You will also find pooches with full black or white coats and black and tan colorations on occasions. Fortunately, the AKC accepts all color combinations, including the mix of the following colors:
- Dull gray, silver
- Chocolate brown
- Beige, fawn, tan, ginger, and gold
These different colors appear in patches on its thick coat and tips.
Life with a PON: Are Polish Lowland Sheepdogs good family pets?
With early socialization and proper training, PONs are excellent family dogs. They’re affectionate and energetic, making them a great companion for families with children and other pets.
But with a playmate this energetic, always supervise interactions between your sheepdog and little ones. One of them may unintentionally get hurt.
And consider this breed’s herding background. While they do well with kids and other pets, they may show other dogs that they’re dominant, and they may try to herd and nip at the heels of anyone moving near them.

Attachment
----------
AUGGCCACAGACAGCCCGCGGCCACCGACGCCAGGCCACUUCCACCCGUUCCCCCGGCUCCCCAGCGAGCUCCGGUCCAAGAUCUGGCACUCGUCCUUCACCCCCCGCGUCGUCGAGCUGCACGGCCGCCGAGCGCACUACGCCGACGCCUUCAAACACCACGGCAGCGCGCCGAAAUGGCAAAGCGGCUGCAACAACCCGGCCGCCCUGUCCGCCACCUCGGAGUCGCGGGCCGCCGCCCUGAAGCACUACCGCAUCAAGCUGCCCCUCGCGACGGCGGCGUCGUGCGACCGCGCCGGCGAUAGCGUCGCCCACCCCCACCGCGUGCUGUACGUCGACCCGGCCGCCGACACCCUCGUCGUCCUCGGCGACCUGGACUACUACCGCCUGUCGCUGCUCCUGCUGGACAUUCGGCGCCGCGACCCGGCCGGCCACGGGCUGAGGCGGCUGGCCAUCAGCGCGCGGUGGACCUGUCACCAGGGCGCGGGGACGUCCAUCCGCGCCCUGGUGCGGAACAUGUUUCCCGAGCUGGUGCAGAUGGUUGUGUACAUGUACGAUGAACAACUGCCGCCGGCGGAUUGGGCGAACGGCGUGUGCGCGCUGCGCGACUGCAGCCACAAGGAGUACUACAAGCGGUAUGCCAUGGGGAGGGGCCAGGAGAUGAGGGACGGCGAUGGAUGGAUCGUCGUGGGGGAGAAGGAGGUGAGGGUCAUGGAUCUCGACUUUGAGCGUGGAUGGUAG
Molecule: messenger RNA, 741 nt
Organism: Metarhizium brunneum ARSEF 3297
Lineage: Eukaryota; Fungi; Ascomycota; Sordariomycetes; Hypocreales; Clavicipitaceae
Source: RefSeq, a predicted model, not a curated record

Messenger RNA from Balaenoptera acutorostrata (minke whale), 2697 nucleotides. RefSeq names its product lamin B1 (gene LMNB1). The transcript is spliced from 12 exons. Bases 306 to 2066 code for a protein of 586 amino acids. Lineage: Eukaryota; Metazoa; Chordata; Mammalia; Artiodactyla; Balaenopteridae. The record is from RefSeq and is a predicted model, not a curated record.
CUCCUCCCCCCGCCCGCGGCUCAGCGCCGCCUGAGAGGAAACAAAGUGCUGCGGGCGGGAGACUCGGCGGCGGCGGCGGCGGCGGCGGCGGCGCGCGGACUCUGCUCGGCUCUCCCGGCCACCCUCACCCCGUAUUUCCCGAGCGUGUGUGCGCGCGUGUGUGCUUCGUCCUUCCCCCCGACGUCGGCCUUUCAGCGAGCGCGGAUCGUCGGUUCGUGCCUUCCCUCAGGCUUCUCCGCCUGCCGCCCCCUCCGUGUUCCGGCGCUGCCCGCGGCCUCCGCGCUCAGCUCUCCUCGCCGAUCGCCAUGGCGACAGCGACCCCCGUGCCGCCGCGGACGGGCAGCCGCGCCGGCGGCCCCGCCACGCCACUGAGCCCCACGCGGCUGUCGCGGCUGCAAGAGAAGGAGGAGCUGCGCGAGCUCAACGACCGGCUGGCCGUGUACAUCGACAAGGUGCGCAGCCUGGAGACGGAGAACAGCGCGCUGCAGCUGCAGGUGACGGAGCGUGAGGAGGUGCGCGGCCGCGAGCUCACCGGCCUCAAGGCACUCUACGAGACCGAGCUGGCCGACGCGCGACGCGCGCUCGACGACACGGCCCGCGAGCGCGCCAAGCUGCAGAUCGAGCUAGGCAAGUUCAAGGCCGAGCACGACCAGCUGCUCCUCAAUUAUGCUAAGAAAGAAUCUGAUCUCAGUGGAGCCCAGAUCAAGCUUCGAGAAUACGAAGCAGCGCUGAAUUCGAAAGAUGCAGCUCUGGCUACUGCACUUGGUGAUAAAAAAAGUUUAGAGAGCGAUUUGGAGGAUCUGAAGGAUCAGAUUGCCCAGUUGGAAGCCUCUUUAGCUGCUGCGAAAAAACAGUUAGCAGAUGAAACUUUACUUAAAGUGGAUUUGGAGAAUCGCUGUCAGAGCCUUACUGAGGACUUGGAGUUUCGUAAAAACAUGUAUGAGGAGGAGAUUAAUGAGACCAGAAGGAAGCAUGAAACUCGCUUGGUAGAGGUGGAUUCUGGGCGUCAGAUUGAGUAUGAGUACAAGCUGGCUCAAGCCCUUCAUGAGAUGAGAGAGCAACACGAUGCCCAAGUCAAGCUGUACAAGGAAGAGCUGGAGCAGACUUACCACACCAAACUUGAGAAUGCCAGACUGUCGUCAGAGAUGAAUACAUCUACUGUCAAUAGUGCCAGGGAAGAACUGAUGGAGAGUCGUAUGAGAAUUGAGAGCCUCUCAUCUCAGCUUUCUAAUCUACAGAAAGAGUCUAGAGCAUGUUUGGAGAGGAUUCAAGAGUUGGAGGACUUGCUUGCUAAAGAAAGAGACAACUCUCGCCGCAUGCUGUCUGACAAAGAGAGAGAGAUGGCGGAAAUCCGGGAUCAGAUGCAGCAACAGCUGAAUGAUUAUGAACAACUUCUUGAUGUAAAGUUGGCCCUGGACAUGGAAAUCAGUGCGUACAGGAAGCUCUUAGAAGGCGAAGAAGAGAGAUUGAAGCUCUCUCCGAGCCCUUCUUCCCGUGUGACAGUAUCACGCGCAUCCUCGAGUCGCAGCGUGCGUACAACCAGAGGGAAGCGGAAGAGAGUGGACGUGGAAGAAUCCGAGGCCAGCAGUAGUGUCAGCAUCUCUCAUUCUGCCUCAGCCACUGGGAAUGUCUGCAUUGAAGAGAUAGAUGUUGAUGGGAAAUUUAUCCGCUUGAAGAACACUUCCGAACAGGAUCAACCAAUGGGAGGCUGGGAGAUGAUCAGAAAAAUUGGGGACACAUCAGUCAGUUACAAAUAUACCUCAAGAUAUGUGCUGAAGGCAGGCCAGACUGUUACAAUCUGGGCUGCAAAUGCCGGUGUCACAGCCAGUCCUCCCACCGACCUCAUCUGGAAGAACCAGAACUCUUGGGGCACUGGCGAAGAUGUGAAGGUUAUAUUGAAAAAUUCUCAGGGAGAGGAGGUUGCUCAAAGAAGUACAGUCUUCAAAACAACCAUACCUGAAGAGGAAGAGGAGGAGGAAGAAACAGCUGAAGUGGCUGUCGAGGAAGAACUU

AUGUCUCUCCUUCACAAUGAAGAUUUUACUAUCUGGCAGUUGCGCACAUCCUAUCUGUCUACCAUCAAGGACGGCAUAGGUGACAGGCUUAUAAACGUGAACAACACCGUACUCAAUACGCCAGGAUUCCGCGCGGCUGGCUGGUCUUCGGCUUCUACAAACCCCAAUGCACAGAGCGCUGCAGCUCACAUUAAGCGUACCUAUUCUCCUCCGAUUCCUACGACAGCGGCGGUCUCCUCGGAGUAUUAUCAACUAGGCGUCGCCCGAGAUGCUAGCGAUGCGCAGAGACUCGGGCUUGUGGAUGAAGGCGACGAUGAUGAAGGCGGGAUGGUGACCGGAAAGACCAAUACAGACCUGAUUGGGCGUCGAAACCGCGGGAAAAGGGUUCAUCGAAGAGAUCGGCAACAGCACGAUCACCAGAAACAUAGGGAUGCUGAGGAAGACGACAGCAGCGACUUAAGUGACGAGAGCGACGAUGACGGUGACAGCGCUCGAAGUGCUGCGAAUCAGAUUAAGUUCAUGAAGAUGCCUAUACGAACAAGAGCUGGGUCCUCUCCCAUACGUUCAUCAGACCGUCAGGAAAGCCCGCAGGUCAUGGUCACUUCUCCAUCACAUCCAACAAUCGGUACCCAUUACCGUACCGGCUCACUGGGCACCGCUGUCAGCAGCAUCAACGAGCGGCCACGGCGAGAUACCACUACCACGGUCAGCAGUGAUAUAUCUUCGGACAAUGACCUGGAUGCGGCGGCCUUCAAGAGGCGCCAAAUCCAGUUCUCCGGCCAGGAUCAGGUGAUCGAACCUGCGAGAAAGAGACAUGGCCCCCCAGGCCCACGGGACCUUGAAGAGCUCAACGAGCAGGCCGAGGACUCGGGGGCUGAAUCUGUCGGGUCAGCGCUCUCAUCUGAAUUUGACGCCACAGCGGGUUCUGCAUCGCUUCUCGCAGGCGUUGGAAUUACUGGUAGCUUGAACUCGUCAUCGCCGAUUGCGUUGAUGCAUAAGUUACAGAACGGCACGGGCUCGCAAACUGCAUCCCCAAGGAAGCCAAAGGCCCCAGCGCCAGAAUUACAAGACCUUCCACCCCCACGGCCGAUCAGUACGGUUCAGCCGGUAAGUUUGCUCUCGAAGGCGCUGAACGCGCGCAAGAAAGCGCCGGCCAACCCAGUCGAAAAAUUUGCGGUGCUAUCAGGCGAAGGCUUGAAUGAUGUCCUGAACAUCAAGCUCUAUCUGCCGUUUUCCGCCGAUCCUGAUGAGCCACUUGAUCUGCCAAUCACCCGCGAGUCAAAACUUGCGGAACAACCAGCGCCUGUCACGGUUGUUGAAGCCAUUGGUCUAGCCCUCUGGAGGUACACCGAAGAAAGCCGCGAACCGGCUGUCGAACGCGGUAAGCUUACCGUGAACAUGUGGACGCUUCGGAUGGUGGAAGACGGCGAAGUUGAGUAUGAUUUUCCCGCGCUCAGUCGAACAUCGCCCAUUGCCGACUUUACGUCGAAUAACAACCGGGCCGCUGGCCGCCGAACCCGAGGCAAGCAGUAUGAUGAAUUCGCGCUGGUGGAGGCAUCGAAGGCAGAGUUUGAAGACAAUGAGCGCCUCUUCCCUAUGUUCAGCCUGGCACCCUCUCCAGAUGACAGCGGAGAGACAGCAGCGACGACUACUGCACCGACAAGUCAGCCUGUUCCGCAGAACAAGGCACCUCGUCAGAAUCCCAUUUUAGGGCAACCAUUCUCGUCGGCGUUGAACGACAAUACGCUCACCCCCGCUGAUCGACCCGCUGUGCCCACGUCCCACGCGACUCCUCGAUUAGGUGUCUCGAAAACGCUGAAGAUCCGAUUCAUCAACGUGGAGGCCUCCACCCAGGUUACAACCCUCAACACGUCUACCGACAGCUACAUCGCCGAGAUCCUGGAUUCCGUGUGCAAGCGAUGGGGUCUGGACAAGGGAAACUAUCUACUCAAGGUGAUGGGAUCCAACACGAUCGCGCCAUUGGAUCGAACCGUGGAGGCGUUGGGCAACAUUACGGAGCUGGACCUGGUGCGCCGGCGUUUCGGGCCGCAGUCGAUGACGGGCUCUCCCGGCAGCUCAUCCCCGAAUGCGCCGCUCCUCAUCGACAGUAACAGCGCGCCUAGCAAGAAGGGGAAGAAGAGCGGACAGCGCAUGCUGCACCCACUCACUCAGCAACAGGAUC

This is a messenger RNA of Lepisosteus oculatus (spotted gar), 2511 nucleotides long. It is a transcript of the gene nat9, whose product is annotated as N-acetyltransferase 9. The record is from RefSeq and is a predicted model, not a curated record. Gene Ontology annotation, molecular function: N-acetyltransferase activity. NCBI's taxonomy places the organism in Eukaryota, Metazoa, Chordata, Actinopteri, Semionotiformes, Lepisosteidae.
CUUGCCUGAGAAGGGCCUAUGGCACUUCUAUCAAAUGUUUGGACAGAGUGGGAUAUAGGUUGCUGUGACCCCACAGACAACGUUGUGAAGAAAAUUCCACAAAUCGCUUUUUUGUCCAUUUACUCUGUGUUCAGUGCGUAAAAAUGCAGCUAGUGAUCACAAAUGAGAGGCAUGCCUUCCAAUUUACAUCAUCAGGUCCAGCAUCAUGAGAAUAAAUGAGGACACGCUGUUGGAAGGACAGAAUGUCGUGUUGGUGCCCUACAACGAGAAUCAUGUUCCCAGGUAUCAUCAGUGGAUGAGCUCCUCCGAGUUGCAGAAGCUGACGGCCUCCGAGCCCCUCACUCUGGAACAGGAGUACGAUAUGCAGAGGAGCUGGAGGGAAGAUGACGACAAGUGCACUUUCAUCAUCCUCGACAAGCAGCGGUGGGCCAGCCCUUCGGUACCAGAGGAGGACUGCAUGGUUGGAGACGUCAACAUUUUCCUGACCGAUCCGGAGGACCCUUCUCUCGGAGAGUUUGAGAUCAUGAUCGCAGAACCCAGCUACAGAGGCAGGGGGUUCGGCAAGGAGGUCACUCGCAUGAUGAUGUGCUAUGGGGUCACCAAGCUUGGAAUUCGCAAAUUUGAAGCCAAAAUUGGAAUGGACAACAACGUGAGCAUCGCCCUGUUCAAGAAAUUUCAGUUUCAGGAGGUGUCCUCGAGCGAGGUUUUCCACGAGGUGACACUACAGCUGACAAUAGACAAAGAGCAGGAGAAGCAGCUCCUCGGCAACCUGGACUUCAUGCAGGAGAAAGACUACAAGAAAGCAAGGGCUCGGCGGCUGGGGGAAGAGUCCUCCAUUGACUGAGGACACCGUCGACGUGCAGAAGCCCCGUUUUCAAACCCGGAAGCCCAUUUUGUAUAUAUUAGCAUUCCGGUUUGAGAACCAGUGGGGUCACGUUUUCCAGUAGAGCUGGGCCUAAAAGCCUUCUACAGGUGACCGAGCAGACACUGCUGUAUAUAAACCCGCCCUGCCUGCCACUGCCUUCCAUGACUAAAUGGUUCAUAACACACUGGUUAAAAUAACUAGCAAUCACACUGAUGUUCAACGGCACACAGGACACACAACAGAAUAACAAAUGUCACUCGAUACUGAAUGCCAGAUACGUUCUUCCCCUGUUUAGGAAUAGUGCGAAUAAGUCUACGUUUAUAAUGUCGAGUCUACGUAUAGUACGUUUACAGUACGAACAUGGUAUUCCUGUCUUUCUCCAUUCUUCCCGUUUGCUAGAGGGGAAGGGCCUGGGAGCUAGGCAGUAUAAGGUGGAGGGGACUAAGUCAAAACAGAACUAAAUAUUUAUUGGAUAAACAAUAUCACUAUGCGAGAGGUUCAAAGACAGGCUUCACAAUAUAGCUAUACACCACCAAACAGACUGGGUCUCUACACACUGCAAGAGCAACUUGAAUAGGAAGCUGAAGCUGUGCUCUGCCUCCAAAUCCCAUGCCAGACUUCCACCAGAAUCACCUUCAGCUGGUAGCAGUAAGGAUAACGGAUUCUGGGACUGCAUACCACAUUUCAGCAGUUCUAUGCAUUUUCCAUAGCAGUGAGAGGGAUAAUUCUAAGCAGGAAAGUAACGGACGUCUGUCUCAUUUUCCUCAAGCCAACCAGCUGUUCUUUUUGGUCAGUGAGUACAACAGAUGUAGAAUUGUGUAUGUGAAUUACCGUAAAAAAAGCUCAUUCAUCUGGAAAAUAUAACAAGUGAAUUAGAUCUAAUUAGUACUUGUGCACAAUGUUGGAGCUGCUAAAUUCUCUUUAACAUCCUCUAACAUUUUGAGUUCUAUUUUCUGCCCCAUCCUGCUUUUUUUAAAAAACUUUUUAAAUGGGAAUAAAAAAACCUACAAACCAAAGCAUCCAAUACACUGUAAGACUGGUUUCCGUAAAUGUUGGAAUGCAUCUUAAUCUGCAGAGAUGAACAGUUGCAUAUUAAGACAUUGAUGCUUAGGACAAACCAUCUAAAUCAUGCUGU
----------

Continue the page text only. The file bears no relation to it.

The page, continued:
They’re also notorious for their determined nature. If you notice your pup eyeing an object, don’t be surprised if you find it missing later because they’re known to steal and hoard household and personal items.
Are Polish Lowland Sheepdogs aggressive?
Other than being pushy with other canines of the same sex, PONs aren’t aggressive. They’re loving and loyal companions that welcome anyone they see as a friend.
But they can also be protective, territorial, and naturally wary of strangers, which makes them an excellent watchdog.
Being stubborn and headstrong can be expected from smart dogs, which means this clever pooch would be difficult to train sometimes.
You can keep your pooch from developing domineering behaviors by using his intelligence and excellent memory in training and other activities.
The Polish Owczarek Nizinny Sheepdog excels in different training classes and dog shows and sports, like agility courses.
Keeping your PON busy and mentally stimulated can avoid behavioral issues at bay, too. Otherwise, your fido will start digging, chewing, or excessively barking to amuse itself.
Do PONs bark a lot?
They occasionally bark, like when they’re excited to see you. You won’t have to worry if they’ll be noisy when left alone for long periods.
This breed doesn’t suffer from separation anxiety when there’s no one around. Still, they can get destructive when they feel bored.